For the few years prior to the current pandemic, unrest and our economic slowdown, I have been engaged in conversations addressing our digital divide — the technology gap between underprivileged and underserved members of society. And despite all of its challenges, 2020 is providing the perfect storm to transform us all into digital citizens.
At the Riverside Center for Innovation — a non-profit small business incubator aimed at supporting ventures run by women, minorities, veterans, LGBTQ and other disadvantaged groups in Southwestern Pennsylvania — we’ve had to respond to new daily pressures by pivoting our business development programming to a virtual platform where participants can tap into our suite of services. Through it all, our goal continues to be assisting our cohorts in becoming so familiar with the digital world that it becomes muscle memory.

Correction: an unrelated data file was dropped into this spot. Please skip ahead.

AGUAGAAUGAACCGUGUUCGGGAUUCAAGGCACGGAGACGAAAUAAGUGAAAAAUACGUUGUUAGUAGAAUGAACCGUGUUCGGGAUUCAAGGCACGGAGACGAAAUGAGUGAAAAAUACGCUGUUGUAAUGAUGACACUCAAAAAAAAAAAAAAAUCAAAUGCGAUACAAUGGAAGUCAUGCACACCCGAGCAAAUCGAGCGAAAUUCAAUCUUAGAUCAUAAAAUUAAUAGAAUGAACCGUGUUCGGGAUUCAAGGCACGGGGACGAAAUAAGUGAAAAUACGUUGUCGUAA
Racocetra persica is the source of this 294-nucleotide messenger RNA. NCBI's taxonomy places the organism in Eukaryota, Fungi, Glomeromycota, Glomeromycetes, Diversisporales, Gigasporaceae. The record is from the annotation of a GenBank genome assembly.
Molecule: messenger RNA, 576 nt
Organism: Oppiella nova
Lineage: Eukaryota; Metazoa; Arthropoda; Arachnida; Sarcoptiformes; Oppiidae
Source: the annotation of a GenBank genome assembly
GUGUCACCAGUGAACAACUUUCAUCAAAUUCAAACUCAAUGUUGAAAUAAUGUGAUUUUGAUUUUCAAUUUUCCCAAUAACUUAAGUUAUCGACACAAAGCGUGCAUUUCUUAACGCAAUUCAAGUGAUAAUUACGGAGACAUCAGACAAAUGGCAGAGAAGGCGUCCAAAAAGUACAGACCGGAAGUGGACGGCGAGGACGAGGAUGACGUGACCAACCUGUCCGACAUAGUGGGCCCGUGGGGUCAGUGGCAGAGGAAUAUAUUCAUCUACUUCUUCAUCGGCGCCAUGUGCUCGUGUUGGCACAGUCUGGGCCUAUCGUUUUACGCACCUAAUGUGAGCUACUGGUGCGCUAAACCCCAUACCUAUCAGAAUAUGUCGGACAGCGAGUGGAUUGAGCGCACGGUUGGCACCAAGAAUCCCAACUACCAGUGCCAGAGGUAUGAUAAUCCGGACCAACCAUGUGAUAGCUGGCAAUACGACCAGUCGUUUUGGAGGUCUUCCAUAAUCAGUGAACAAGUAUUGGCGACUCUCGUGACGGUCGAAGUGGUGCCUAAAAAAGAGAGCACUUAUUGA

As an organization, we’ve been patient, allowing us to learn from other people’s mistakes in dealing with virtual platforms. But the larger conversation during this paradigm shift is that the digital divide remains a cross-cultural issue in Pennsylvania and across the nation, in rural areas and underserved urban areas alike. Access to high-speed internet, broadband, bandwidth, network and smart capabilities must all be addressed in areas without them.
The solution is larger than a simple smartphone. Technical assistance and equipment, such as computers, laptops, scanners and printers, are vital as small business owners face the prospect of working from home long-term. A quote from Henry Ford springs to mind, “If you need a machine and don’t buy it, you will ultimately find that you have paid for it and don’t have it.”
Learn more about Riverside Center for Innovation here.
– James Myers Jr., Director for Community and Business Development, Riverside Center for Innovation